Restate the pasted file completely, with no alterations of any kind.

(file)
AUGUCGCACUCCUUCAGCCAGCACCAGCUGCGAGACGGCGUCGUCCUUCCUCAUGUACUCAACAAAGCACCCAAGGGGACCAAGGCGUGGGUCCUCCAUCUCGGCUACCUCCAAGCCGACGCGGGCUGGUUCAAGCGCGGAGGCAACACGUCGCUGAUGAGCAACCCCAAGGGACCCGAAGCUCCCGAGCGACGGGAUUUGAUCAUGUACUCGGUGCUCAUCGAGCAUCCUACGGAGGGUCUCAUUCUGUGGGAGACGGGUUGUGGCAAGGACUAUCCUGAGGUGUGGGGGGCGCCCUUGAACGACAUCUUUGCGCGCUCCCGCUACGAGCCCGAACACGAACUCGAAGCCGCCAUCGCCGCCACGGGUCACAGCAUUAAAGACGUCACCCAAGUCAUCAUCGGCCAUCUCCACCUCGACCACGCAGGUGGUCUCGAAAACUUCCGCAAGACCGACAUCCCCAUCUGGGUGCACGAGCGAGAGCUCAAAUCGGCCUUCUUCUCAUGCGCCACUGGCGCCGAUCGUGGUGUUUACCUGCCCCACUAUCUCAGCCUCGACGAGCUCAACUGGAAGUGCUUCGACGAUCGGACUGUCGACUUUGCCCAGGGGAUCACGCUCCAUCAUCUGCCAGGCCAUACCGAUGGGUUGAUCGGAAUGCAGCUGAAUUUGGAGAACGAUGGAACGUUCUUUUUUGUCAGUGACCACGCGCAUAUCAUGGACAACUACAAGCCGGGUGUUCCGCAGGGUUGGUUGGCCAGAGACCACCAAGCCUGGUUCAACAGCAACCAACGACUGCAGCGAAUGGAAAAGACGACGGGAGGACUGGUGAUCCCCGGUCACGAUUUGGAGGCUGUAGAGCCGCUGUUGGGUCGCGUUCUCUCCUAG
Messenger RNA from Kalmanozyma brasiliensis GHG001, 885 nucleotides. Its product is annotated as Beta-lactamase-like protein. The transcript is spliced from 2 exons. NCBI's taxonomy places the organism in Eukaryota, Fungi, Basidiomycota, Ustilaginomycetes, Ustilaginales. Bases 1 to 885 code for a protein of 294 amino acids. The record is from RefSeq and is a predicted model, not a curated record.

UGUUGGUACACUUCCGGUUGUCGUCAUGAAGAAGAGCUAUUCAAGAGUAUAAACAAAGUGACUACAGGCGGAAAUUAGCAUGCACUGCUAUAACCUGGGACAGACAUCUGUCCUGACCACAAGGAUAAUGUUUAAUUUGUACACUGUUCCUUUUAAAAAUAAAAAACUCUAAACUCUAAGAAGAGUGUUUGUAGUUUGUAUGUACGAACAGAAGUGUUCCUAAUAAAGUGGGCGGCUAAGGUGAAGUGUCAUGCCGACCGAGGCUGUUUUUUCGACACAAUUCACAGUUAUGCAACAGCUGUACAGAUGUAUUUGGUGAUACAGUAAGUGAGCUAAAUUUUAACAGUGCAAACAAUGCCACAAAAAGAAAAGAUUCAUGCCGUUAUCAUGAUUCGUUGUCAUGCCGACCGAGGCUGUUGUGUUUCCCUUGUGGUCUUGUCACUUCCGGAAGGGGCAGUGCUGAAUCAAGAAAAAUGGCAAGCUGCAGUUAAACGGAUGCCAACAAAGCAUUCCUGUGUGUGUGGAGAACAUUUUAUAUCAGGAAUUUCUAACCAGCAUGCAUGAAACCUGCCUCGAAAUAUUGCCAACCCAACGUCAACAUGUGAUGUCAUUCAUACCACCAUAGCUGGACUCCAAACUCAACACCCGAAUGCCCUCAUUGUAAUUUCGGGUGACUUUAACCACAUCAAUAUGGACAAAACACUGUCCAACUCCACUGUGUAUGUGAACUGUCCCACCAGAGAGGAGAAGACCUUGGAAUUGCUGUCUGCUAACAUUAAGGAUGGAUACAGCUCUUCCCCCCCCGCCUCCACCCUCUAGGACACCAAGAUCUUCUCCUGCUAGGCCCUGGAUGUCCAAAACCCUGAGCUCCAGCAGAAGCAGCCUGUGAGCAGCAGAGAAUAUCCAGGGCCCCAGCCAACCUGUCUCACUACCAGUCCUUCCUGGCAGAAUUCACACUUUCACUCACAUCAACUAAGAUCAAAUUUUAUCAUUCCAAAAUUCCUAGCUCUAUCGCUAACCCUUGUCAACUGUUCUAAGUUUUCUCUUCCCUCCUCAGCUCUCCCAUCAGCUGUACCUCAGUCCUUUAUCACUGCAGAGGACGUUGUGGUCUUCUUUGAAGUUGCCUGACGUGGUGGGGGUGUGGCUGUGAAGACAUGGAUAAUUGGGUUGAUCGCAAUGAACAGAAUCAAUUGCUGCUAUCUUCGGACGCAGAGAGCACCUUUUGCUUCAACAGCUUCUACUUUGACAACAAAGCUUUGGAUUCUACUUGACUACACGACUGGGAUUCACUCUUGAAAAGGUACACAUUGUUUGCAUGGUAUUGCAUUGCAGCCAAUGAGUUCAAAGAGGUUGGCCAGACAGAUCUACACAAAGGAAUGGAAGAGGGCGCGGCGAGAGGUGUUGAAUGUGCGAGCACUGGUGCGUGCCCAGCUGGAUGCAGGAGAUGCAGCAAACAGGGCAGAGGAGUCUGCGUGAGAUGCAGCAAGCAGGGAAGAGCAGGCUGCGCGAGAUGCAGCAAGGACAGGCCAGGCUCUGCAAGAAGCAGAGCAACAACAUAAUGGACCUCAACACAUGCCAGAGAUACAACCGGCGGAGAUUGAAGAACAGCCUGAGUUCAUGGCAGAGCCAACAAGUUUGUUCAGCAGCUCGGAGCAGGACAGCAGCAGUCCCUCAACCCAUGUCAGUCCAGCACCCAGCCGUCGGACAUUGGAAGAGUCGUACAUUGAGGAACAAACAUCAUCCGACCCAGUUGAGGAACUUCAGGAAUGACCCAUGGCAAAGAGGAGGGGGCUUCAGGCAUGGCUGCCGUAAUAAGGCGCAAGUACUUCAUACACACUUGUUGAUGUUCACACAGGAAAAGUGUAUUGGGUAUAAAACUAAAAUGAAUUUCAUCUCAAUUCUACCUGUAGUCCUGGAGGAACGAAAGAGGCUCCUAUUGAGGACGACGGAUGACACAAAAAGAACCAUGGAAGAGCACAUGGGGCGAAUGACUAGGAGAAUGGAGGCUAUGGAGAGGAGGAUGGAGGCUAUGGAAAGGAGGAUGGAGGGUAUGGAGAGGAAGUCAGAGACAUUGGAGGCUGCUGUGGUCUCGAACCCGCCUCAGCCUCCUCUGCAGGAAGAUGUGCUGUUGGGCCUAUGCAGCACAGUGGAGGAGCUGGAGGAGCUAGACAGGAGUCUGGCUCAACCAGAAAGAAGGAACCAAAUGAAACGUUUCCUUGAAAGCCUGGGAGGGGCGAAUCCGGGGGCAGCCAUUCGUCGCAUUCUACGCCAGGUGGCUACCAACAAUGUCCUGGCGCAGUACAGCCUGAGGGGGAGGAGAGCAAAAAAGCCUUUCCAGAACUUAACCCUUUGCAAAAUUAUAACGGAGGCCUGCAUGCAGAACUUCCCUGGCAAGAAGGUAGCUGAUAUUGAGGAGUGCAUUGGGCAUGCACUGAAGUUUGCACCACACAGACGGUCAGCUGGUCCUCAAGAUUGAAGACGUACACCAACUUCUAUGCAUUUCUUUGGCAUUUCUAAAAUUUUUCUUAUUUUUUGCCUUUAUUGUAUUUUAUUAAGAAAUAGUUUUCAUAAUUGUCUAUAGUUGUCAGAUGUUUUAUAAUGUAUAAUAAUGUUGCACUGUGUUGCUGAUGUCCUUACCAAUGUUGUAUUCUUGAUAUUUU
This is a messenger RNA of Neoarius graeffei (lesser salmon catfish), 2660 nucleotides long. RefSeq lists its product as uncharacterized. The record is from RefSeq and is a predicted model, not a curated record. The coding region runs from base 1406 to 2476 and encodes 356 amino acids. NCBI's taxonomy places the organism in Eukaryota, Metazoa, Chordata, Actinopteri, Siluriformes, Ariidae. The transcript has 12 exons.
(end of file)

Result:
AUGUCGCACUCCUUCAGCCAGCACCAGCUGCGAGACGGCGUCGUCCUUCCUCAUGUACUCAACAAAGCACCCAAGGGGACCAAGGCGUGGGUCCUCCAUCUCGGCUACCUCCAAGCCGACGCGGGCUGGUUCAAGCGCGGAGGCAACACGUCGCUGAUGAGCAACCCCAAGGGACCCGAAGCUCCCGAGCGACGGGAUUUGAUCAUGUACUCGGUGCUCAUCGAGCAUCCUACGGAGGGUCUCAUUCUGUGGGAGACGGGUUGUGGCAAGGACUAUCCUGAGGUGUGGGGGGCGCCCUUGAACGACAUCUUUGCGCGCUCCCGCUACGAGCCCGAACACGAACUCGAAGCCGCCAUCGCCGCCACGGGUCACAGCAUUAAAGACGUCACCCAAGUCAUCAUCGGCCAUCUCCACCUCGACCACGCAGGUGGUCUCGAAAACUUCCGCAAGACCGACAUCCCCAUCUGGGUGCACGAGCGAGAGCUCAAAUCGGCCUUCUUCUCAUGCGCCACUGGCGCCGAUCGUGGUGUUUACCUGCCCCACUAUCUCAGCCUCGACGAGCUCAACUGGAAGUGCUUCGACGAUCGGACUGUCGACUUUGCCCAGGGGAUCACGCUCCAUCAUCUGCCAGGCCAUACCGAUGGGUUGAUCGGAAUGCAGCUGAAUUUGGAGAACGAUGGAACGUUCUUUUUUGUCAGUGACCACGCGCAUAUCAUGGACAACUACAAGCCGGGUGUUCCGCAGGGUUGGUUGGCCAGAGACCACCAAGCCUGGUUCAACAGCAACCAACGACUGCAGCGAAUGGAAAAGACGACGGGAGGACUGGUGAUCCCCGGUCACGAUUUGGAGGCUGUAGAGCCGCUGUUGGGUCGCGUUCUCUCCUAG
Messenger RNA from Kalmanozyma brasiliensis GHG001, 885 nucleotides. Its product is annotated as Beta-lactamase-like protein. The transcript is spliced from 2 exons. NCBI's taxonomy places the organism in Eukaryota, Fungi, Basidiomycota, Ustilaginomycetes, Ustilaginales. Bases 1 to 885 code for a protein of 294 amino acids. The record is from RefSeq and is a predicted model, not a curated record.

UGUUGGUACACUUCCGGUUGUCGUCAUGAAGAAGAGCUAUUCAAGAGUAUAAACAAAGUGACUACAGGCGGAAAUUAGCAUGCACUGCUAUAACCUGGGACAGACAUCUGUCCUGACCACAAGGAUAAUGUUUAAUUUGUACACUGUUCCUUUUAAAAAUAAAAAACUCUAAACUCUAAGAAGAGUGUUUGUAGUUUGUAUGUACGAACAGAAGUGUUCCUAAUAAAGUGGGCGGCUAAGGUGAAGUGUCAUGCCGACCGAGGCUGUUUUUUCGACACAAUUCACAGUUAUGCAACAGCUGUACAGAUGUAUUUGGUGAUACAGUAAGUGAGCUAAAUUUUAACAGUGCAAACAAUGCCACAAAAAGAAAAGAUUCAUGCCGUUAUCAUGAUUCGUUGUCAUGCCGACCGAGGCUGUUGUGUUUCCCUUGUGGUCUUGUCACUUCCGGAAGGGGCAGUGCUGAAUCAAGAAAAAUGGCAAGCUGCAGUUAAACGGAUGCCAACAAAGCAUUCCUGUGUGUGUGGAGAACAUUUUAUAUCAGGAAUUUCUAACCAGCAUGCAUGAAACCUGCCUCGAAAUAUUGCCAACCCAACGUCAACAUGUGAUGUCAUUCAUACCACCAUAGCUGGACUCCAAACUCAACACCCGAAUGCCCUCAUUGUAAUUUCGGGUGACUUUAACCACAUCAAUAUGGACAAAACACUGUCCAACUCCACUGUGUAUGUGAACUGUCCCACCAGAGAGGAGAAGACCUUGGAAUUGCUGUCUGCUAACAUUAAGGAUGGAUACAGCUCUUCCCCCCCCGCCUCCACCCUCUAGGACACCAAGAUCUUCUCCUGCUAGGCCCUGGAUGUCCAAAACCCUGAGCUCCAGCAGAAGCAGCCUGUGAGCAGCAGAGAAUAUCCAGGGCCCCAGCCAACCUGUCUCACUACCAGUCCUUCCUGGCAGAAUUCACACUUUCACUCACAUCAACUAAGAUCAAAUUUUAUCAUUCCAAAAUUCCUAGCUCUAUCGCUAACCCUUGUCAACUGUUCUAAGUUUUCUCUUCCCUCCUCAGCUCUCCCAUCAGCUGUACCUCAGUCCUUUAUCACUGCAGAGGACGUUGUGGUCUUCUUUGAAGUUGCCUGACGUGGUGGGGGUGUGGCUGUGAAGACAUGGAUAAUUGGGUUGAUCGCAAUGAACAGAAUCAAUUGCUGCUAUCUUCGGACGCAGAGAGCACCUUUUGCUUCAACAGCUUCUACUUUGACAACAAAGCUUUGGAUUCUACUUGACUACACGACUGGGAUUCACUCUUGAAAAGGUACACAUUGUUUGCAUGGUAUUGCAUUGCAGCCAAUGAGUUCAAAGAGGUUGGCCAGACAGAUCUACACAAAGGAAUGGAAGAGGGCGCGGCGAGAGGUGUUGAAUGUGCGAGCACUGGUGCGUGCCCAGCUGGAUGCAGGAGAUGCAGCAAACAGGGCAGAGGAGUCUGCGUGAGAUGCAGCAAGCAGGGAAGAGCAGGCUGCGCGAGAUGCAGCAAGGACAGGCCAGGCUCUGCAAGAAGCAGAGCAACAACAUAAUGGACCUCAACACAUGCCAGAGAUACAACCGGCGGAGAUUGAAGAACAGCCUGAGUUCAUGGCAGAGCCAACAAGUUUGUUCAGCAGCUCGGAGCAGGACAGCAGCAGUCCCUCAACCCAUGUCAGUCCAGCACCCAGCCGUCGGACAUUGGAAGAGUCGUACAUUGAGGAACAAACAUCAUCCGACCCAGUUGAGGAACUUCAGGAAUGACCCAUGGCAAAGAGGAGGGGGCUUCAGGCAUGGCUGCCGUAAUAAGGCGCAAGUACUUCAUACACACUUGUUGAUGUUCACACAGGAAAAGUGUAUUGGGUAUAAAACUAAAAUGAAUUUCAUCUCAAUUCUACCUGUAGUCCUGGAGGAACGAAAGAGGCUCCUAUUGAGGACGACGGAUGACACAAAAAGAACCAUGGAAGAGCACAUGGGGCGAAUGACUAGGAGAAUGGAGGCUAUGGAGAGGAGGAUGGAGGCUAUGGAAAGGAGGAUGGAGGGUAUGGAGAGGAAGUCAGAGACAUUGGAGGCUGCUGUGGUCUCGAACCCGCCUCAGCCUCCUCUGCAGGAAGAUGUGCUGUUGGGCCUAUGCAGCACAGUGGAGGAGCUGGAGGAGCUAGACAGGAGUCUGGCUCAACCAGAAAGAAGGAACCAAAUGAAACGUUUCCUUGAAAGCCUGGGAGGGGCGAAUCCGGGGGCAGCCAUUCGUCGCAUUCUACGCCAGGUGGCUACCAACAAUGUCCUGGCGCAGUACAGCCUGAGGGGGAGGAGAGCAAAAAAGCCUUUCCAGAACUUAACCCUUUGCAAAAUUAUAACGGAGGCCUGCAUGCAGAACUUCCCUGGCAAGAAGGUAGCUGAUAUUGAGGAGUGCAUUGGGCAUGCACUGAAGUUUGCACCACACAGACGGUCAGCUGGUCCUCAAGAUUGAAGACGUACACCAACUUCUAUGCAUUUCUUUGGCAUUUCUAAAAUUUUUCUUAUUUUUUGCCUUUAUUGUAUUUUAUUAAGAAAUAGUUUUCAUAAUUGUCUAUAGUUGUCAGAUGUUUUAUAAUGUAUAAUAAUGUUGCACUGUGUUGCUGAUGUCCUUACCAAUGUUGUAUUCUUGAUAUUUU
This is a messenger RNA of Neoarius graeffei (lesser salmon catfish), 2660 nucleotides long. RefSeq lists its product as uncharacterized. The record is from RefSeq and is a predicted model, not a curated record. The coding region runs from base 1406 to 2476 and encodes 356 amino acids. NCBI's taxonomy places the organism in Eukaryota, Metazoa, Chordata, Actinopteri, Siluriformes, Ariidae. The transcript has 12 exons.